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Santa Maria Nuova, Italy

Albini A.,Laboratory of Translational Research | Pagani A.,University of Insubria | Pulze L.,University of Insubria | Bruno A.,Scientific and Technology Park | And 8 more authors.
International Journal of Nanomedicine | Year: 2015

Abstract: Carbon nanotubes (CNTs) have been extensively investigated and employed for industrial use because of their peculiar physical properties, which make them ideal for many industrial applications. However, rapid growth of CNT employment raises concerns about the potential risks and toxicities for public health, environment, and workers associated with the manufacture and use of these new materials. Here we investigate the main routes of entry following environmental exposure to multi-wall CNTs (MWCNTs; currently the most widely used in industry). We developed a novel murine model that could represent a surrogate of a workplace exposure to MWCNTs. We traced the localization of MWCNTs and their possible role in inducing an innate immune response, inflammation, macrophage recruitment, and inflammatory conditions. Following environmental exposure of CD1 mice, we observed that MWCNTs rapidly enter and disseminate in the organism, initially accumulating in lungs and brain and later reaching the liver and kidney via the bloodstream. Since recent experimental studies show that CNTs are associated with the aggregation process of proteins associated with neurodegenerative diseases, we investigated whether MWCNTs are able to induce amyloid fibril production and accumulation. Amyloid deposits in spatial association with macrophages and MWCNT aggregates were found in the brain, liver, lungs, and kidneys of exposed animals. Our data suggest that accumulation of MWCNTs in different organs is associated with inflammation and amyloid accumulation. In the brain, where we observed rapid accumulation and amyloid fibril deposition, exposure to MWCNTs might enhance progression of neurodegenerative and other amyloid-related diseases. Our data highlight the conclusion that, in a novel rodent model of exposure, MWCNTs may induce macrophage recruitment, activation, and amyloid deposition, causing potential damage to several organs. © 2015 Albini et al.

Lococo F.,Unit of Thoracic Surgery | Cesario A.,International Research Activities Office and System Medicine | Del Bufalo A.,Unit of Clinical and Molecular Epidemiology | Ciarrocchi A.,Laboratory of Translational Research | And 4 more authors.
Current Medicinal Chemistry | Year: 2015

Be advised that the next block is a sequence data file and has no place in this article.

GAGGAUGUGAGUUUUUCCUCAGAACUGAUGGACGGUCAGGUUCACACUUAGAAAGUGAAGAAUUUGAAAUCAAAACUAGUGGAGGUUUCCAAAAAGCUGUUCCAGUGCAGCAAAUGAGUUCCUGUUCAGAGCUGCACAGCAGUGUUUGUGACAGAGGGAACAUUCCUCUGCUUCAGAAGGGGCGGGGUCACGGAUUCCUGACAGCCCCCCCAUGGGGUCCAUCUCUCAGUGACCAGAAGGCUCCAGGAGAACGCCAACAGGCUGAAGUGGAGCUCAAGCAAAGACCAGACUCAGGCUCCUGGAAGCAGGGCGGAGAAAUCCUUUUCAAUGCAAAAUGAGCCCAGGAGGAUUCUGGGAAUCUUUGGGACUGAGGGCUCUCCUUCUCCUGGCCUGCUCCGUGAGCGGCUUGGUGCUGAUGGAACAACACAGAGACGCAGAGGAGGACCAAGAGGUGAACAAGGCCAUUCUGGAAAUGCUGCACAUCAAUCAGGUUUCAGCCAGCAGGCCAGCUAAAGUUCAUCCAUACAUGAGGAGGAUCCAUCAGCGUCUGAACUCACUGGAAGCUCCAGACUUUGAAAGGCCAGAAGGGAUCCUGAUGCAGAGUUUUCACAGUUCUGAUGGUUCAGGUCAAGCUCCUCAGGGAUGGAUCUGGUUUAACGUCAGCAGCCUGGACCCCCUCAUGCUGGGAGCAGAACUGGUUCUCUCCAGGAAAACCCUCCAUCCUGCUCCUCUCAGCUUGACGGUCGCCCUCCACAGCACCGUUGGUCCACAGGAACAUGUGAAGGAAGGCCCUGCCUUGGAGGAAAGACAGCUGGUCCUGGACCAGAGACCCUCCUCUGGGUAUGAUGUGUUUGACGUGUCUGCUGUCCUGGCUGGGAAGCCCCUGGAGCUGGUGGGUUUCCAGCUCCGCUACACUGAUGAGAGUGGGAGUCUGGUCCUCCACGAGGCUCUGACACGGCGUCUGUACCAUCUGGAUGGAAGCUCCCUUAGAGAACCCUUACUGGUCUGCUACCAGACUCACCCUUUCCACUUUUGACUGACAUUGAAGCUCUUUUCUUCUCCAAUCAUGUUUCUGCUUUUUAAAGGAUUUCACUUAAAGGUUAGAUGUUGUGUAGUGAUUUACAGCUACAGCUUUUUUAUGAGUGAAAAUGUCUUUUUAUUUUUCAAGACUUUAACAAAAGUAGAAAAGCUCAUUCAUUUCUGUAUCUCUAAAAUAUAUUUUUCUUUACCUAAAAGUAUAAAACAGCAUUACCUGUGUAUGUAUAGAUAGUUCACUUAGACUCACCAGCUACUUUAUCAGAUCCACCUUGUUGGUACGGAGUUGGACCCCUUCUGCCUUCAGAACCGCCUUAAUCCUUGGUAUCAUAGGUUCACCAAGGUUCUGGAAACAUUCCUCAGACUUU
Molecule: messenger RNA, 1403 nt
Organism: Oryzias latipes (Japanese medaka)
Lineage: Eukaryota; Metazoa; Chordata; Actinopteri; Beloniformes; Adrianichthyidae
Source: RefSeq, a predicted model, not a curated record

Respiratory diseases including chronic-obstructive-pulmonary-disease (COPD) are globally increasing, with COPD predicted to become the third leading cause of global mortality by 2020. COPD is a heterogeneous disease with COPD-patients displaying different phenotypes as a result of a complex interaction between various genetic, environmental and life-style factors. In recent years, several investigations have been performed to better define such interactions, but the identification of the resulting phenotypes is still somewhat difficult, and may lead to inadequate assessment and management of COPD (usually based solely on the severity of airflow limitation parameter FEV1). In this new scenario, the management of COPD has been driven towards an integrative and holistic approach. The degree of complexity requires analyses based on large datasets (also including advanced functional genomic assays) and novel computational biology approaches (essential to extract information relevant for the clinical decision process and for the development of new drugs). Therefore, according to the emerging "systems/network medicine", COPD should be re.-evaluated considering multiple network(s) perturbations such as genetic and environmental changes. Systems Medicine (SM) platforms, in which patients are extensively characterized, offer a basis for a more targeted clinical approach, which is predictive, preventive, personalized and participatory ("P4-medicine"). It clearly emerges that in the next future, new opportunities will become available for clinical research on rare COPD patterns and for the identification of new biomarkers of comorbidity, severity, and progression. Herein, we overview the literature discussing the opportunity coming from the adoption of SMapproaches in COPD management, focusing on proteomics and metabolomics, and emphasizing the identification of disease sub-clusters, to improve the development of more effective therapies. © 2015 Bentham Science Publishers.

Gugnoni M.,Laboratory of Translational Research
Oncogene | Year: 2016